• Supernumerary X chromosome syndromes (including Klinefelter syndrome)[37]

  • Syphilis

  • Systemic T-cell lymphoma[38]

  • Tuberous sclerosis

  • Turner syndrome

  • Vemurafenib and whole-brain radiotherapy combination treatment in melanoma patients[39, 40]

​Patient education

Educate patients with cutis verticis gyrata that proper hygiene of the scalp is essential to avoid the accumulation of secretion in the furrows. Lack of hygiene may be the cause of an unpleasant smell and secondary infection.


See History and Physical Examination.


In primary cases, no laboratory tests should be ordered. A low free testosterone level was observed in some patients with primary cutis verticis gyrata.[41]

In secondary cases, laboratory tests depend on the presentation and the associated disease.

Always obtain a skin biopsy specimen of the affected area of the scalp to identify the etiology of cutis verticis gyrata.[24, 25]  Evaluate female infants with cutis verticis gyrata with or without peripheral lymphedema by chromosomal analysis to exclude Turner syndrome.

Obtain an EEG in all patients with mental deficiency and cutis verticis gyrata to establish the nature of the mental disorder. Among others, severe diffuse slowing of the background activity with very frequent right temporal spikes and spike-wave complexes that spread to the frontal area were described.[42]

The histopathologic picture is of normal appearance in most cases of the primary type. In some cases, dermal collagen thickening, hypertrophy of the pilosebaceous structures, and multiple sweat glands and ducts may be present.[43]  In the secondary form, the histopathologic picture depends on the underlying disease.[25]

Also see Imaging Studies.


See Treatment.


In the primary essential form, the etiology is not known, and, though most of the cases seem sporadic, autosomal recessive and autosomal dominant inheritance with variable expression have been described. In the primary nonessential form, the pathogenesis (beside the genetic determination) may have an endocrinologic basis.[18, 44]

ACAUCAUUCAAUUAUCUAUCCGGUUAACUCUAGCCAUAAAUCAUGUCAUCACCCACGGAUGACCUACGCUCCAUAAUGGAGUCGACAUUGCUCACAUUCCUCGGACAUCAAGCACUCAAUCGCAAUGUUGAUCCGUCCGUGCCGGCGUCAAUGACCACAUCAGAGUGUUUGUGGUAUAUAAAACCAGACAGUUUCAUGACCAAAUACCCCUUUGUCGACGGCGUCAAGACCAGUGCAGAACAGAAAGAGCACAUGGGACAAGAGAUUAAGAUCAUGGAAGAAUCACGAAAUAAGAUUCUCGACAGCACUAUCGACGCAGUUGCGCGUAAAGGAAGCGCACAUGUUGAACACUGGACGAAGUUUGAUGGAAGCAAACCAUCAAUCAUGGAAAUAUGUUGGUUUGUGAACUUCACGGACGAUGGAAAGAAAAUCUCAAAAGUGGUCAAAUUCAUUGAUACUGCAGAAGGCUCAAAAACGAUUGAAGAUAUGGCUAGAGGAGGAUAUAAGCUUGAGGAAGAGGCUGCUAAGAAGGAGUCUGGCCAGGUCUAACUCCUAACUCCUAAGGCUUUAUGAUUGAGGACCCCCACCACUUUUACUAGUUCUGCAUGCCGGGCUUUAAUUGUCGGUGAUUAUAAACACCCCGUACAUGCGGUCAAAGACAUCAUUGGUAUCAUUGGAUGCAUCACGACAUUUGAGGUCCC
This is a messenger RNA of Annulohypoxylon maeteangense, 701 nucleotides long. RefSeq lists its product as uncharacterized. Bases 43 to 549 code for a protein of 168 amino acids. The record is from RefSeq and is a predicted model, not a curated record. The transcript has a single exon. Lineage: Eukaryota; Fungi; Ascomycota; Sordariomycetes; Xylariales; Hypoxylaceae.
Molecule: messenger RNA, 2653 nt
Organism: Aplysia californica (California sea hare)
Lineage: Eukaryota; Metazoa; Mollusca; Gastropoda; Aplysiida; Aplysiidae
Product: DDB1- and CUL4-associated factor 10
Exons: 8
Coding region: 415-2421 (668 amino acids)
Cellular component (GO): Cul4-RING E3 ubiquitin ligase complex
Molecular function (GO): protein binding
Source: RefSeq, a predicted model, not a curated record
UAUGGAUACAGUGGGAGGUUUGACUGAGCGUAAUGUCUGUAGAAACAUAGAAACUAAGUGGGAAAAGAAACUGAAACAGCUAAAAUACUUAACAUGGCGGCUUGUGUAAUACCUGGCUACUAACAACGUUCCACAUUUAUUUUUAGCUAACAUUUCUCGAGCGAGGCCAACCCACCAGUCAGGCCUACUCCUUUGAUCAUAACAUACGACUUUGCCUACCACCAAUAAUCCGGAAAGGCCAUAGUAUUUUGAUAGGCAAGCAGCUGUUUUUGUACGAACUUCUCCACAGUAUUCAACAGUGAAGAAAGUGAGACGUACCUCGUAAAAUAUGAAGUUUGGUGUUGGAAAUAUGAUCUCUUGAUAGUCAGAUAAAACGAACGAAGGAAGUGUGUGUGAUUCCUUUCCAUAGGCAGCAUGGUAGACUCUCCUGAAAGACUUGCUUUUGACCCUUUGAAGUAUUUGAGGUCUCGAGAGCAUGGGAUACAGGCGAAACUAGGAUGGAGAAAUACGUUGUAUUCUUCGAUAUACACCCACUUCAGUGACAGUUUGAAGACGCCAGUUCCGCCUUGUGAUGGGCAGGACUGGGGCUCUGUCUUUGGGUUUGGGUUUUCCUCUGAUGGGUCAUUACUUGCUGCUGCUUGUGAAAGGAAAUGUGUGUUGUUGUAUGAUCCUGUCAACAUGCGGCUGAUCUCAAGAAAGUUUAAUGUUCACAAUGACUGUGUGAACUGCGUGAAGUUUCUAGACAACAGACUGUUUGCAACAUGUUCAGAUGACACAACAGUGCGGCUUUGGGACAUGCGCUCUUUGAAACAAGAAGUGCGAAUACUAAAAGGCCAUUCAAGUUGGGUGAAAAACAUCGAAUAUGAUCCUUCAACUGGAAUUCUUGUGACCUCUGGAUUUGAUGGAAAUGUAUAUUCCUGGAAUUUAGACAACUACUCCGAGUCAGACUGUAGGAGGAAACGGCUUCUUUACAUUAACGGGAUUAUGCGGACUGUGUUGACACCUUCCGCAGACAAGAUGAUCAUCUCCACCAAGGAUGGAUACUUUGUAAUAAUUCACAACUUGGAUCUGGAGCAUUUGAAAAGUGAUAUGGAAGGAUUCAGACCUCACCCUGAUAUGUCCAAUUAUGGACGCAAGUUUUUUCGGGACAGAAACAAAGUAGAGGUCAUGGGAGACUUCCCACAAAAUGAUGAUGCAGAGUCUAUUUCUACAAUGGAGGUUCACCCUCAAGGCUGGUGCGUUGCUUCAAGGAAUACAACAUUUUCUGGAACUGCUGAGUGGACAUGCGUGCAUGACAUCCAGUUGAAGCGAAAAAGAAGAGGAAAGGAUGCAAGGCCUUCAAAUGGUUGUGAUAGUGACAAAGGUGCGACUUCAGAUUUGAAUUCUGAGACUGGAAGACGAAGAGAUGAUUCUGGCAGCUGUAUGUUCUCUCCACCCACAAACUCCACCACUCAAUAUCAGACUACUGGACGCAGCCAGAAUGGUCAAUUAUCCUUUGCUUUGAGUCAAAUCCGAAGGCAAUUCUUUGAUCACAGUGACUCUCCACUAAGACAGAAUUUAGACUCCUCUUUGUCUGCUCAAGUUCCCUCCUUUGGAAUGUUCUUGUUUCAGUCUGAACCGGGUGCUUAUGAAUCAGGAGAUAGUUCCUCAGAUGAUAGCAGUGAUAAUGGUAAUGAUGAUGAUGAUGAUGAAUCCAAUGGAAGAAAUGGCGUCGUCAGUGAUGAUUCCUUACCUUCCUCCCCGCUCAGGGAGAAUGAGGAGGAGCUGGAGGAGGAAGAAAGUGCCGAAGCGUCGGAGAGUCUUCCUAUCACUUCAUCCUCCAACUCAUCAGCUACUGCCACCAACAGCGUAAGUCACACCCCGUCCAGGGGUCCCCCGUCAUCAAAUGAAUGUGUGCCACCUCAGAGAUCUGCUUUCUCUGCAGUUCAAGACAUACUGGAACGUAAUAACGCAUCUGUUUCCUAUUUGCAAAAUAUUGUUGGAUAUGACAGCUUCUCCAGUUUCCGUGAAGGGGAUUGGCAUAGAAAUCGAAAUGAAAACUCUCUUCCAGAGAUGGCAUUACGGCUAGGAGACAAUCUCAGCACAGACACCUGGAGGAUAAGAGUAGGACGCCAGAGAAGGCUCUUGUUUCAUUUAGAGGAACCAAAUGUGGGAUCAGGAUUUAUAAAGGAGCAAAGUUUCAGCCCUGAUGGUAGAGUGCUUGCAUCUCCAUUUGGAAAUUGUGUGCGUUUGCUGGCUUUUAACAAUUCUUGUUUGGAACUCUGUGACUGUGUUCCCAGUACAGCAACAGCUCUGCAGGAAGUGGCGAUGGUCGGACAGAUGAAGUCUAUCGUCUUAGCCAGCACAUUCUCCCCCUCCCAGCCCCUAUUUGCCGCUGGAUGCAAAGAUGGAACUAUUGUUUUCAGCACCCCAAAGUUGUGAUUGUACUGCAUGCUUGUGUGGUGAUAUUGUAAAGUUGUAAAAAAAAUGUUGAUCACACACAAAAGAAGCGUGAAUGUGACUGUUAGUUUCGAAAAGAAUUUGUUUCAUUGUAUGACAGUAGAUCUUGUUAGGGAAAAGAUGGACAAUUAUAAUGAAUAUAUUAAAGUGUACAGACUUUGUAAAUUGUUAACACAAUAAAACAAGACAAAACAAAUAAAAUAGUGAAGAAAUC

Cutis verticis gyrata mainly occurs in males, after puberty, and it may disappear after castration.[3] This may be due to increased peripheral use of testosterone, which was further supported by the results of the study in which the free testosterone level was reduced in patients with primary cutis verticis gyrata compared with controls.[41] Male predominance may also suggest an X-linked inheritance. An association with the fragile X syndrome or other fragile sites on chromosomes 9, 10, and 12, and, in a single case, breaks at bands 3p14 and 16q23, has been reported.[45, 46, 47, 48, 49] In the secondary form, the etiology depends on the underlying process (eg, inflammatory, neoplastic). Lymphedema is a postulated cause of cutis verticis gyrata in Turner and Noonan syndromes.[30, 50, 51, 52] A possible role of IGF-1 in the pathogenesis in acromegaly-associated cutis verticis gyrata was suggested.[53]